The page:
Ralph L. Crosman pushed journalism education into a new era at the University of Colorado—one marked by innovation in the field of journalism education.
Crosman learned to set type and run newspaper presses at 14 years old. It was the beginning of an illustrious career during which Crosman served as the first head of CU’s journalism department, the first head of the university’s College of Journalism, a renowned speaker in the field of journalism education, and the leader of national journalism organizations.
“Professor Crosman was always interested in what we [students] were doing,” wrote the editors of The Colorado Transcript on May 6, 1948, just days after Crosman’s death. “He was proud of his students and his graduates, and he had a right to be since many of his students have gone right to the top.”
Crosman was born in Dexter, Maine, in 1885. In 1908, he moved to Colorado where he set linotype for publications like the Rocky Mountain News and the Boulder Evening Herald, according to the CU library archives. He began his editorial work at Fort Collins Morning Express and later received an honorary bachelor of science degree from Colorado Agricultural College, now Colorado State University.
In 1921, Crosman joined the university as an assistant professor of journalism, alumni secretary, and director of publications and publicity. In 1922, he became head of journalism.
Crosman grew into a state and national leader, serving as president of both Kappa Tau Alpha, the field’s principal honorary society, and the Association for Education in Journalism and Mass Communication.
He specialized in law of the press, newspaper ethics and the history of journalism. He wanted students to be trained as critical thinkers and to use journalism history to set an aspirational stage for young journalists.
“Remembering that newspaper men of the past have suffered imprisonment, mutilation, hanging, drawing, and quartering for the sake of an idea, for the sake of freedom; that, in the face of the most terrifying laws they have defied authority and exposed corruption and iniquity in officials circles; knowing these facts, our students cannot help becoming better fighters, more vigorous, more fearless, more effectively the champions of the people,” Crosman wrote in his 1934 paper, “Responsibilities to Students and Press.”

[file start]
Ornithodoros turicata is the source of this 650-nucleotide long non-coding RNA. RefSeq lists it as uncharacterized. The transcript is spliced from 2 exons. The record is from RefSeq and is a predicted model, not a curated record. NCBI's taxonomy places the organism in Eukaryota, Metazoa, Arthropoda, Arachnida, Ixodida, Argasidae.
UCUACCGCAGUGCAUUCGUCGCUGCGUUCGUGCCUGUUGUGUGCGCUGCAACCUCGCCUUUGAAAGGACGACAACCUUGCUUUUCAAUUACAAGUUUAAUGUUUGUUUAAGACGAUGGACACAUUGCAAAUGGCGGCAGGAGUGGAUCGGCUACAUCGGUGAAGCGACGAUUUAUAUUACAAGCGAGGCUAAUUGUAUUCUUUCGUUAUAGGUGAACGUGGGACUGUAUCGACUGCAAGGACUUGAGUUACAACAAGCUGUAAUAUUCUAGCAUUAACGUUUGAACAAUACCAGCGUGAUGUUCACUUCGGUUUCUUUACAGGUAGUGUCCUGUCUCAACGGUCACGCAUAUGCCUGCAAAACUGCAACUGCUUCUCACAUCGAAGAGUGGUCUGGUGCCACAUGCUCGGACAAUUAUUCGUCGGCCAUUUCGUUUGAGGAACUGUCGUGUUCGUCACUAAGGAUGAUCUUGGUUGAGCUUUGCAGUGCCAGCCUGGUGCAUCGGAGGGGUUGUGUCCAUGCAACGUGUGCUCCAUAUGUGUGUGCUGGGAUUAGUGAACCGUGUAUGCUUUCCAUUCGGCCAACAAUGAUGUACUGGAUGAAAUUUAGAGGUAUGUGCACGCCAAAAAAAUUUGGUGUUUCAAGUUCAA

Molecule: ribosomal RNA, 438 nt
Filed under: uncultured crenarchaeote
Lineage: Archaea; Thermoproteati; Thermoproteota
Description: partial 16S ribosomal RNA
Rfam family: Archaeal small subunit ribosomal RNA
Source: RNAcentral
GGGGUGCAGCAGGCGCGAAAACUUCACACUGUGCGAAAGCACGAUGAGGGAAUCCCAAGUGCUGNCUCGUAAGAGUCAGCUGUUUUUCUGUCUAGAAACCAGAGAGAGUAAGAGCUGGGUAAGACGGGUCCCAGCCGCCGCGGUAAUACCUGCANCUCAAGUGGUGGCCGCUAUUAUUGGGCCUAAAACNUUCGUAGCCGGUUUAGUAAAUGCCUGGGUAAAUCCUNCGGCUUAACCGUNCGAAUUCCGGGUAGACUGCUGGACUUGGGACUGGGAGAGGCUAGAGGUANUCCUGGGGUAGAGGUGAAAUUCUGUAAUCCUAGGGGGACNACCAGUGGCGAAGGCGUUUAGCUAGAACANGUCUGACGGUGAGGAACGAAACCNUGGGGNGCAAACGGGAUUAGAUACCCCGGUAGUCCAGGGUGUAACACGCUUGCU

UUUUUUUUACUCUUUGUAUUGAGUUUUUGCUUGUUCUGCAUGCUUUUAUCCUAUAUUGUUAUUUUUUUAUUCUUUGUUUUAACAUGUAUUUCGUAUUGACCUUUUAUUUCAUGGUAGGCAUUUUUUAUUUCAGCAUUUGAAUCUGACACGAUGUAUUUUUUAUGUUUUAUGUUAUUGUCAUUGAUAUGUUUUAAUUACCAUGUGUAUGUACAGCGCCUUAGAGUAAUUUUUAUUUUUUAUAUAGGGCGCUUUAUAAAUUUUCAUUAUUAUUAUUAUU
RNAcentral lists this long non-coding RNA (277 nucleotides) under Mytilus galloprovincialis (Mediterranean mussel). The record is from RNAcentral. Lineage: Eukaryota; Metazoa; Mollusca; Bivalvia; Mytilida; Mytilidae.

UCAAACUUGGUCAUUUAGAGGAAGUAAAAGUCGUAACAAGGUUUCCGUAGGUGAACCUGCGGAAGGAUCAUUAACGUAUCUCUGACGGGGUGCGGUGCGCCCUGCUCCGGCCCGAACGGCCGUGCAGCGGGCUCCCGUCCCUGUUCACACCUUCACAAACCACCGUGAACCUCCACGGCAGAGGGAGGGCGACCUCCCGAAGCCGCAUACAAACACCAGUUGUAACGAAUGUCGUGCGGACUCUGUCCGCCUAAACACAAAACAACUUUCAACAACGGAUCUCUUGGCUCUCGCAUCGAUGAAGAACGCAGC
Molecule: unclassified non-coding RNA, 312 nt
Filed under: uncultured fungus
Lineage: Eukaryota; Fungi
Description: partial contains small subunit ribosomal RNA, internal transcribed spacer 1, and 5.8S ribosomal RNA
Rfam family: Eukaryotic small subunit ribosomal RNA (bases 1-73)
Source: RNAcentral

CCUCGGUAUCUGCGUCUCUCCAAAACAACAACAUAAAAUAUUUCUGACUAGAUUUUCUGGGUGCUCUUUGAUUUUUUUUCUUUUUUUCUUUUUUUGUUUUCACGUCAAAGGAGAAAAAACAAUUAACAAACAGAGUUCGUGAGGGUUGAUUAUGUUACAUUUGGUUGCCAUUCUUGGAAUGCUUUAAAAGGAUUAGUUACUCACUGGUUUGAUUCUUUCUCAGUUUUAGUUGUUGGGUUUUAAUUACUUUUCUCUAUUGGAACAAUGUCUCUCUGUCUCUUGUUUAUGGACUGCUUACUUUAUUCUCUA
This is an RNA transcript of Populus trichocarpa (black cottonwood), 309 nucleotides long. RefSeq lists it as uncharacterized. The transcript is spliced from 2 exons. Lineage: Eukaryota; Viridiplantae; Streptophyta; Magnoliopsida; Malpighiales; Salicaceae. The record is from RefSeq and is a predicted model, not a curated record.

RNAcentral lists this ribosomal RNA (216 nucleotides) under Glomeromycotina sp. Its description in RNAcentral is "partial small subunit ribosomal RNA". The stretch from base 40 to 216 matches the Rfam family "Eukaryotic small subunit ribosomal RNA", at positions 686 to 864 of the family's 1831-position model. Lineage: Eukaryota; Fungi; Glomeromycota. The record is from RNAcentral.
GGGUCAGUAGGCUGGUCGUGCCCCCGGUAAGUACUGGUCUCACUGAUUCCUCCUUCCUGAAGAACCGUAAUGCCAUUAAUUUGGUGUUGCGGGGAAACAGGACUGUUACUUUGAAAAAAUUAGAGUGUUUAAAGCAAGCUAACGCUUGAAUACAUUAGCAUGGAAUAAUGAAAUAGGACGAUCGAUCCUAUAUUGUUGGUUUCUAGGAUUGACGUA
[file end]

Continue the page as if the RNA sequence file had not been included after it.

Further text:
Crosman was known as an energetic and thoughtful leader. He spoke regularly before major state, regional and national media education associations—frequently raising important questions about the role of the press in contemporary society and democracy.
“Knowledge of early history not only gives our students a clearer understanding of the real foundations of such principles as freedom of the press, but it is bound to inspire them, to give them courage, determination and a better conception of the true place of their profession in human affairs,” Crosman wrote.
Crosman continued his work at CU until the end, even announcing the winner of an award over the radio from his sickbed just days before he died on May 3, 1948, according to The Steamboat Pilot.
At the time of his passing, Crosman's contributions to the field were generously applauded by academics, professionals and fellow journalism leaders across the country.
“To the last his efforts were bent toward the improvement of the profession which has indeed lost a true friend,” the editors at The Colorado Transcript wrote in 1948.